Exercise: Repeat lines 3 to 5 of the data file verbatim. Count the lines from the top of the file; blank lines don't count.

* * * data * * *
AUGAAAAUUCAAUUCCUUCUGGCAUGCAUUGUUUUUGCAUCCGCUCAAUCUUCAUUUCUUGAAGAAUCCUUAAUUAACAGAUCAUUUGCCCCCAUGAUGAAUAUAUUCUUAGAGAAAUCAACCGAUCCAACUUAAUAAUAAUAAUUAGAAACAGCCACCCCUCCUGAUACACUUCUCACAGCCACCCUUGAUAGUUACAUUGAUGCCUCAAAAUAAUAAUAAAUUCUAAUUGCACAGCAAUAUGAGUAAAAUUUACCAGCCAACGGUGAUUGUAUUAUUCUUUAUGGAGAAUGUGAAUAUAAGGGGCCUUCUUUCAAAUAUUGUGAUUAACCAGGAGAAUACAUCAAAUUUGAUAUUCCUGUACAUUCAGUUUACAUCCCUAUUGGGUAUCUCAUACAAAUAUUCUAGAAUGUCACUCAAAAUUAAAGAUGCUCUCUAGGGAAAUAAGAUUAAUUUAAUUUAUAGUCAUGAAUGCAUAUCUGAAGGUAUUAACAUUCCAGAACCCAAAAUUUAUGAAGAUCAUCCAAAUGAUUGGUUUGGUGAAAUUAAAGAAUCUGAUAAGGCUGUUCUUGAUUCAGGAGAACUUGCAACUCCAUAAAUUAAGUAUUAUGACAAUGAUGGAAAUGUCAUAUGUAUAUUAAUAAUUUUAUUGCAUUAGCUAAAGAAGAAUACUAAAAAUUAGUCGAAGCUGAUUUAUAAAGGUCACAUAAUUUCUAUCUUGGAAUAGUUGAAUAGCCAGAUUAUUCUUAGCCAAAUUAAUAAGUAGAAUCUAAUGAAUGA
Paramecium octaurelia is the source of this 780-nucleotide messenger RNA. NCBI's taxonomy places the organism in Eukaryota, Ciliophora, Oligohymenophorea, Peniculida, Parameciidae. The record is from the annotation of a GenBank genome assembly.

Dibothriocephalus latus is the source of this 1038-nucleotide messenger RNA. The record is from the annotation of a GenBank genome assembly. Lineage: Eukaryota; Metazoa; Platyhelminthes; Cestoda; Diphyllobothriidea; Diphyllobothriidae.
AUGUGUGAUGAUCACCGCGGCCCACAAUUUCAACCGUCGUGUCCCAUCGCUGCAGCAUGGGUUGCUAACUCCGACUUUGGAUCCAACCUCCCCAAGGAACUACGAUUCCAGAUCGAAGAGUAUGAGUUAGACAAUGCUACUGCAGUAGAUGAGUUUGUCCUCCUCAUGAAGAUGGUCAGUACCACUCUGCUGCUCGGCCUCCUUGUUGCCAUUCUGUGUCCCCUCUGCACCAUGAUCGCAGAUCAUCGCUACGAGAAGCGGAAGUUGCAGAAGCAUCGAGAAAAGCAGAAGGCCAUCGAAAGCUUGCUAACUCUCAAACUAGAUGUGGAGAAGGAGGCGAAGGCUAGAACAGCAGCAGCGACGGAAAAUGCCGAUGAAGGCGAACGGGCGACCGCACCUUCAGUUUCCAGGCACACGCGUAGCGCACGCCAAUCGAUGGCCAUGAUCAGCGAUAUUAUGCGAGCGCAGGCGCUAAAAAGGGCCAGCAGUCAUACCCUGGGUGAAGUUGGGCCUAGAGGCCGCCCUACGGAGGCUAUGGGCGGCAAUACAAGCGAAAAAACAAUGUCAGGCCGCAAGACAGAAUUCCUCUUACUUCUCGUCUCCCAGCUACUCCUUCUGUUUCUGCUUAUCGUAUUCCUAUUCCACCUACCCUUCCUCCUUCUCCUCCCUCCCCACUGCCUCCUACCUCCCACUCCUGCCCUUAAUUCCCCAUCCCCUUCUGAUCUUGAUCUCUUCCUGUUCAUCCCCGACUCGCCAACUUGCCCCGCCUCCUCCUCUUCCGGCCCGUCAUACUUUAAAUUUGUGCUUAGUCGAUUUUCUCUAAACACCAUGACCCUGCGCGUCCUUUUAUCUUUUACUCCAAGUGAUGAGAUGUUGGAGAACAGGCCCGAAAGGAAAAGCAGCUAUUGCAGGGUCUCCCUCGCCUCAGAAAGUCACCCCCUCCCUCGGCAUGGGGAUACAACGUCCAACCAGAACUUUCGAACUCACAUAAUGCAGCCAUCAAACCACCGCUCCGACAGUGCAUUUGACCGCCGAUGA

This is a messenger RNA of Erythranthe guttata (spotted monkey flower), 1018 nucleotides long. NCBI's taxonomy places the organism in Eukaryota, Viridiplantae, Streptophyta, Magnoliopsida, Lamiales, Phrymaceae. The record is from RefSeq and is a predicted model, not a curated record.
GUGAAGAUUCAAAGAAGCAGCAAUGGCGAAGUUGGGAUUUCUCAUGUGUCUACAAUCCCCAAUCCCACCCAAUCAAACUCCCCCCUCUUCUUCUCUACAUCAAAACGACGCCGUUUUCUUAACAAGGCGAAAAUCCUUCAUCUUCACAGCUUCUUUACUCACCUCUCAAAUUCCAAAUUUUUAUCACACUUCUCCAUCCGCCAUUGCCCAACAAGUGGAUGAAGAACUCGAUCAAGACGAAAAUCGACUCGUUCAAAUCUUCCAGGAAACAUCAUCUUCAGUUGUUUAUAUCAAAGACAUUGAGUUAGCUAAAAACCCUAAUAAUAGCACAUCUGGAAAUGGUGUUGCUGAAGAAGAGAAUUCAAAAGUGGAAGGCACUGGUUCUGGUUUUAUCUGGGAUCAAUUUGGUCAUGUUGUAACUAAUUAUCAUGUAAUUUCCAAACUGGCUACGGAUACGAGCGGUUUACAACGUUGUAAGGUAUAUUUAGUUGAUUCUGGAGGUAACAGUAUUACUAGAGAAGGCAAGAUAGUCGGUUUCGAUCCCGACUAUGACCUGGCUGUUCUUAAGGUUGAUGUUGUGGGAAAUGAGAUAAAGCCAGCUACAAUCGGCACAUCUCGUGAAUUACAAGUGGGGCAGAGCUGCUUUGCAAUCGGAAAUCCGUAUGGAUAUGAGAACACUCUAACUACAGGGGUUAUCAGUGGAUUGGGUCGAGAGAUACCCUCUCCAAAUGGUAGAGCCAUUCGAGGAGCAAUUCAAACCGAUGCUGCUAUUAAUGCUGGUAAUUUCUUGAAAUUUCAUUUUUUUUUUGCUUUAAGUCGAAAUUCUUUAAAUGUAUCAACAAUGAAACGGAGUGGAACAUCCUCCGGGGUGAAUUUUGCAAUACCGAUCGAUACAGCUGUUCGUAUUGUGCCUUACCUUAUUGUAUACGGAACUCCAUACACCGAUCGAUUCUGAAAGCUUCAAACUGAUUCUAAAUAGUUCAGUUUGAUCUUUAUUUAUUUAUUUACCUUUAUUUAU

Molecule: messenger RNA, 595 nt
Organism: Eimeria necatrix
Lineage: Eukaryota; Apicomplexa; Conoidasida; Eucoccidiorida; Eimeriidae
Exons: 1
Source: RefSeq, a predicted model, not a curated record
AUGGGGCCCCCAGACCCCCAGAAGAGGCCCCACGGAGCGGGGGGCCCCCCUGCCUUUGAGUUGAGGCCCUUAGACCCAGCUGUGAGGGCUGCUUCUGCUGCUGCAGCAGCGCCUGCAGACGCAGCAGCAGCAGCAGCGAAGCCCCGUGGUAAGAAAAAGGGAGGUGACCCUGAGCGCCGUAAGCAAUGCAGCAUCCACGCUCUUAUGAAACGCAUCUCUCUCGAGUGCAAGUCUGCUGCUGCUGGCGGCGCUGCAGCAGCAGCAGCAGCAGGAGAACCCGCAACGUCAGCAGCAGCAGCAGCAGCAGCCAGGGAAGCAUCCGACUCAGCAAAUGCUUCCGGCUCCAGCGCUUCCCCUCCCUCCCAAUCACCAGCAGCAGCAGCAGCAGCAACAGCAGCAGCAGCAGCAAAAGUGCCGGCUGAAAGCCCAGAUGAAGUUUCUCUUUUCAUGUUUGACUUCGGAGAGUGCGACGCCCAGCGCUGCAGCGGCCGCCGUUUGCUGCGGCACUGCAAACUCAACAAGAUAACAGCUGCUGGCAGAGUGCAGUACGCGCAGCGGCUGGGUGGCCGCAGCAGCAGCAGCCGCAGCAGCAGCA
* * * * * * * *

Dibothriocephalus latus is the source of this 1038-nucleotide messenger RNA. The record is from the annotation of a GenBank genome assembly. Lineage: Eukaryota; Metazoa; Platyhelminthes; Cestoda; Diphyllobothriidea; Diphyllobothriidae.
AUGUGUGAUGAUCACCGCGGCCCACAAUUUCAACCGUCGUGUCCCAUCGCUGCAGCAUGGGUUGCUAACUCCGACUUUGGAUCCAACCUCCCCAAGGAACUACGAUUCCAGAUCGAAGAGUAUGAGUUAGACAAUGCUACUGCAGUAGAUGAGUUUGUCCUCCUCAUGAAGAUGGUCAGUACCACUCUGCUGCUCGGCCUCCUUGUUGCCAUUCUGUGUCCCCUCUGCACCAUGAUCGCAGAUCAUCGCUACGAGAAGCGGAAGUUGCAGAAGCAUCGAGAAAAGCAGAAGGCCAUCGAAAGCUUGCUAACUCUCAAACUAGAUGUGGAGAAGGAGGCGAAGGCUAGAACAGCAGCAGCGACGGAAAAUGCCGAUGAAGGCGAACGGGCGACCGCACCUUCAGUUUCCAGGCACACGCGUAGCGCACGCCAAUCGAUGGCCAUGAUCAGCGAUAUUAUGCGAGCGCAGGCGCUAAAAAGGGCCAGCAGUCAUACCCUGGGUGAAGUUGGGCCUAGAGGCCGCCCUACGGAGGCUAUGGGCGGCAAUACAAGCGAAAAAACAAUGUCAGGCCGCAAGACAGAAUUCCUCUUACUUCUCGUCUCCCAGCUACUCCUUCUGUUUCUGCUUAUCGUAUUCCUAUUCCACCUACCCUUCCUCCUUCUCCUCCCUCCCCACUGCCUCCUACCUCCCACUCCUGCCCUUAAUUCCCCAUCCCCUUCUGAUCUUGAUCUCUUCCUGUUCAUCCCCGACUCGCCAACUUGCCCCGCCUCCUCCUCUUCCGGCCCGUCAUACUUUAAAUUUGUGCUUAGUCGAUUUUCUCUAAACACCAUGACCCUGCGCGUCCUUUUAUCUUUUACUCCAAGUGAUGAGAUGUUGGAGAACAGGCCCGAAAGGAAAAGCAGCUAUUGCAGGGUCUCCCUCGCCUCAGAAAGUCACCCCCUCCCUCGGCAUGGGGAUACAACGUCCAACCAGAACUUUCGAACUCACAUAAUGCAGCCAUCAAACCACCGCUCCGACAGUGCAUUUGACCGCCGAUGA

This is a messenger RNA of Erythranthe guttata (spotted monkey flower), 1018 nucleotides long. NCBI's taxonomy places the organism in Eukaryota, Viridiplantae, Streptophyta, Magnoliopsida, Lamiales, Phrymaceae. The record is from RefSeq and is a predicted model, not a curated record.